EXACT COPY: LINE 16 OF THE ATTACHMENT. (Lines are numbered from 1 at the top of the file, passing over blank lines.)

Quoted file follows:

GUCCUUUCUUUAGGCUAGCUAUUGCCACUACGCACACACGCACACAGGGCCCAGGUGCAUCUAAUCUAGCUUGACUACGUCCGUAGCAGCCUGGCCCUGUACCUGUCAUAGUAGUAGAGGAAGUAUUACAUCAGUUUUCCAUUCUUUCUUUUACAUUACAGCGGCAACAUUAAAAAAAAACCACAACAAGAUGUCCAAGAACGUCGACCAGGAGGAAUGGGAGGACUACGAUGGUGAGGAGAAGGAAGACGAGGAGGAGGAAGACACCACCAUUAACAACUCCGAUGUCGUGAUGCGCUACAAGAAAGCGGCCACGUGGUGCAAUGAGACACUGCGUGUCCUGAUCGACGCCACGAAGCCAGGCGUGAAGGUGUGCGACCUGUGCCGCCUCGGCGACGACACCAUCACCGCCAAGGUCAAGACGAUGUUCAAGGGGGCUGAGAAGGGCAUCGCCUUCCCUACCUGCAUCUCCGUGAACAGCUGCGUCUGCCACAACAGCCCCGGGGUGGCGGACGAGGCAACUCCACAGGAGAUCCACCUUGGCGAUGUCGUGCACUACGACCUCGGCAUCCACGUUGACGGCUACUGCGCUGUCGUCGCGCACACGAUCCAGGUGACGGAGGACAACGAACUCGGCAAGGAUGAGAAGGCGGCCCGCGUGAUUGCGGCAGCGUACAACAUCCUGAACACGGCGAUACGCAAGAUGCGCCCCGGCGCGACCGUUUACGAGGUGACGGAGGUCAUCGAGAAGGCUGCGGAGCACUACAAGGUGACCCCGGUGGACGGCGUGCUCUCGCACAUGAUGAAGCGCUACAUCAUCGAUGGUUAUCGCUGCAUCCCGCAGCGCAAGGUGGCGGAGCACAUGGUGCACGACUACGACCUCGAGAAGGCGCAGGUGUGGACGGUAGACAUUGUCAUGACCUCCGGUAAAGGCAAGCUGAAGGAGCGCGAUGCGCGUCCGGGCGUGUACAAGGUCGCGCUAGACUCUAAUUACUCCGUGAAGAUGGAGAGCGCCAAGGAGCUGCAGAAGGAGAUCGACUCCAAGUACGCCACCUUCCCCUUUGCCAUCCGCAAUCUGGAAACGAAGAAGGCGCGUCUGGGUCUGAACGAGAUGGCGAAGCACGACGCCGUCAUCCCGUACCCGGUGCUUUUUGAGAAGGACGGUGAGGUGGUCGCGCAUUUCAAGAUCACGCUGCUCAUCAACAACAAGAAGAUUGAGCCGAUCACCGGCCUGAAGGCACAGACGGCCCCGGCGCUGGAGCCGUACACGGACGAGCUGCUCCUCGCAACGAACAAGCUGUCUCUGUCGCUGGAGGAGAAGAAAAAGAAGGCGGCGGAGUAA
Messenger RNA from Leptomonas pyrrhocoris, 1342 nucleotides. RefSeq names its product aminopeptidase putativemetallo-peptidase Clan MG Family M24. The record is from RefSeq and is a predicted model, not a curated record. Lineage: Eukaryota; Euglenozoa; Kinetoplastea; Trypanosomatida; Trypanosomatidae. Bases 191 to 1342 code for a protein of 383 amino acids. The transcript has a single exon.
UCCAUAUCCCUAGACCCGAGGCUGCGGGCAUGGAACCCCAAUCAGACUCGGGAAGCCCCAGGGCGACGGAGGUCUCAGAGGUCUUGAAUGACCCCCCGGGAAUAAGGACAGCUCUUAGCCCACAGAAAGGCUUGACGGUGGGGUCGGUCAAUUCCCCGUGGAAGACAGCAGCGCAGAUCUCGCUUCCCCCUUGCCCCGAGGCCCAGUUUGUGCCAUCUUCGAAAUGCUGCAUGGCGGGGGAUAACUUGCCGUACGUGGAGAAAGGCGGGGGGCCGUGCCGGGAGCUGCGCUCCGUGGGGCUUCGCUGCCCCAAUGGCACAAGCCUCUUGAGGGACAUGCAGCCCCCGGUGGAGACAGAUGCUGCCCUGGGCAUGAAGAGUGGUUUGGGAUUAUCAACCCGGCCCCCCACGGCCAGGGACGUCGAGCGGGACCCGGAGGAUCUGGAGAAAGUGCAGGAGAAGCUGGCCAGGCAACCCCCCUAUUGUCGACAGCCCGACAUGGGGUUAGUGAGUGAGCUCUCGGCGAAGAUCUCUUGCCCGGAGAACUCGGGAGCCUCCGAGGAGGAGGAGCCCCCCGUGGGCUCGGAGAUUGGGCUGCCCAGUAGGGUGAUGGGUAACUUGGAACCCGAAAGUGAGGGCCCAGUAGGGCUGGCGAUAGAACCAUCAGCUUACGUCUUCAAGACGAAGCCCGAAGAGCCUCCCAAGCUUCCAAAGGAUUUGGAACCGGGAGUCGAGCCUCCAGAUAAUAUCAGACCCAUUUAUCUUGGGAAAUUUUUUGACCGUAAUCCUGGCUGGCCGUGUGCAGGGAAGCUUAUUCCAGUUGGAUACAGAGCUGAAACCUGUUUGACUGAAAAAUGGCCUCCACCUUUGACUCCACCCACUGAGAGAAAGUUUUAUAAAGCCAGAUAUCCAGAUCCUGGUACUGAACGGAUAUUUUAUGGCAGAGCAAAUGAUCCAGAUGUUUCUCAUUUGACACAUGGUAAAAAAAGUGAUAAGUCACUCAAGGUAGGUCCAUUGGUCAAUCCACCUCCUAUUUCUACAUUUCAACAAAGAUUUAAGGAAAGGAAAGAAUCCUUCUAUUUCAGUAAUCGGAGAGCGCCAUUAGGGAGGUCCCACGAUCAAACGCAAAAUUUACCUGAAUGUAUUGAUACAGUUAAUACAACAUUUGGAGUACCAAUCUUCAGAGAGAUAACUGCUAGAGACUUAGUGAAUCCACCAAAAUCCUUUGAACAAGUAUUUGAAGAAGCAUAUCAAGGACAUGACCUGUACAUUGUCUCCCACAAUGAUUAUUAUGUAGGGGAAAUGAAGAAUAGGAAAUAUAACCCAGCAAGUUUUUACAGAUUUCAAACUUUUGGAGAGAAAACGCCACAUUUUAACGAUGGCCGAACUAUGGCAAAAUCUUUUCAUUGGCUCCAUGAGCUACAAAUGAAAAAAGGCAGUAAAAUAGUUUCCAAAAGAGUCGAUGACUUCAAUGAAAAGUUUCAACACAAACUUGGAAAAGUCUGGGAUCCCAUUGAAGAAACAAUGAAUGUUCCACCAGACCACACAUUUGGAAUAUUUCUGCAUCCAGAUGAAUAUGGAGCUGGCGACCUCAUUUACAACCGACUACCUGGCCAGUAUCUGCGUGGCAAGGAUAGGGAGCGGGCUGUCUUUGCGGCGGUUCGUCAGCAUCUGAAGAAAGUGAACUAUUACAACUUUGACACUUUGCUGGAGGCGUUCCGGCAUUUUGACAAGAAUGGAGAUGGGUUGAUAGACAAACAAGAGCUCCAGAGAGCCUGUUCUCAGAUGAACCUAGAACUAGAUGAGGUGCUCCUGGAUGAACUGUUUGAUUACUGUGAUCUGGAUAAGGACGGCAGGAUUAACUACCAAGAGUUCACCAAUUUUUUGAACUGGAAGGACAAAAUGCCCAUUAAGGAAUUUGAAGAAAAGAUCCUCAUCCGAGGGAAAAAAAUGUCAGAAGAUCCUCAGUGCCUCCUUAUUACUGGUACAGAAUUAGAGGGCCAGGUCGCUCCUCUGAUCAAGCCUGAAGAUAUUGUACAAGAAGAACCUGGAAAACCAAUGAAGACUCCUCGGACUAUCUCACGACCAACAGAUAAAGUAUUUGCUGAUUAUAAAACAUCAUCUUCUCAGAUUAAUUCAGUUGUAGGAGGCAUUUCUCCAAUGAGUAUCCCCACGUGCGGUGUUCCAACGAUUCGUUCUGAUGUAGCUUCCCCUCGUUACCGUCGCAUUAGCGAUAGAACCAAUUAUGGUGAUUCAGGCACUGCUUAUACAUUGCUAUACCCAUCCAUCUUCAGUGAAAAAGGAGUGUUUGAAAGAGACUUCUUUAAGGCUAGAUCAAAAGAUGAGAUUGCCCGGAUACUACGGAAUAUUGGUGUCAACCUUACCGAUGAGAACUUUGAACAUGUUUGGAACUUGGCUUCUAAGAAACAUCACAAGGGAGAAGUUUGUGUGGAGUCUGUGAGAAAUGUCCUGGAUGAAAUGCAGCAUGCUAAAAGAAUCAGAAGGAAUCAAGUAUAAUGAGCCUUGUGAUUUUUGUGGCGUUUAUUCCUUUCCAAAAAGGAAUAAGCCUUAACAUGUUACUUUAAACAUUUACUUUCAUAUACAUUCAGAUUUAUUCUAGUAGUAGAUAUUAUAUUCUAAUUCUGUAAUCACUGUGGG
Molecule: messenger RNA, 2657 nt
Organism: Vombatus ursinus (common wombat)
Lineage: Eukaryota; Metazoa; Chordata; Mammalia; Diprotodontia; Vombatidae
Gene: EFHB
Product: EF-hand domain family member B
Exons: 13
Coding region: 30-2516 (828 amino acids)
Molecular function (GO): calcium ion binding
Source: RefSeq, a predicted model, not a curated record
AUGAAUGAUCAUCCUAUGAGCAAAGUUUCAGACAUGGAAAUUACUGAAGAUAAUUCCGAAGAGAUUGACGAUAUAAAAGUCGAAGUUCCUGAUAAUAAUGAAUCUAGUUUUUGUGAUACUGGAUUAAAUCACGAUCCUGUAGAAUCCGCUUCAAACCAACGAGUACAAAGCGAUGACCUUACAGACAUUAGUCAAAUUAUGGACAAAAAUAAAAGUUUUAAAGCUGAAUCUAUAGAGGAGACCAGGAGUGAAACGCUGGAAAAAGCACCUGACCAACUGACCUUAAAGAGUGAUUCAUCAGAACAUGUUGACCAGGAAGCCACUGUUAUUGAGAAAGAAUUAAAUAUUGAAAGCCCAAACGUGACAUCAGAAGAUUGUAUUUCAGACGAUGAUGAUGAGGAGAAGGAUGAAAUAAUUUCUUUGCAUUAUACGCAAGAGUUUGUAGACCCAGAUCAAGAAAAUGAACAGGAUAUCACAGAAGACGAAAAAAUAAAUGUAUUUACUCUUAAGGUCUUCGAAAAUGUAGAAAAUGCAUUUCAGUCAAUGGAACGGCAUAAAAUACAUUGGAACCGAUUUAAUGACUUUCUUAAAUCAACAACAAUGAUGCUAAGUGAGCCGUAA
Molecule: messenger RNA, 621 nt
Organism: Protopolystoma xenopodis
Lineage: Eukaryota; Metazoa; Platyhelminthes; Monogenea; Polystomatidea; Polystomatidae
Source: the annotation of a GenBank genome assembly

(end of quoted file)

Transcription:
Lineage: Eukaryota; Metazoa; Platyhelminthes; Monogenea; Polystomatidea; Polystomatidae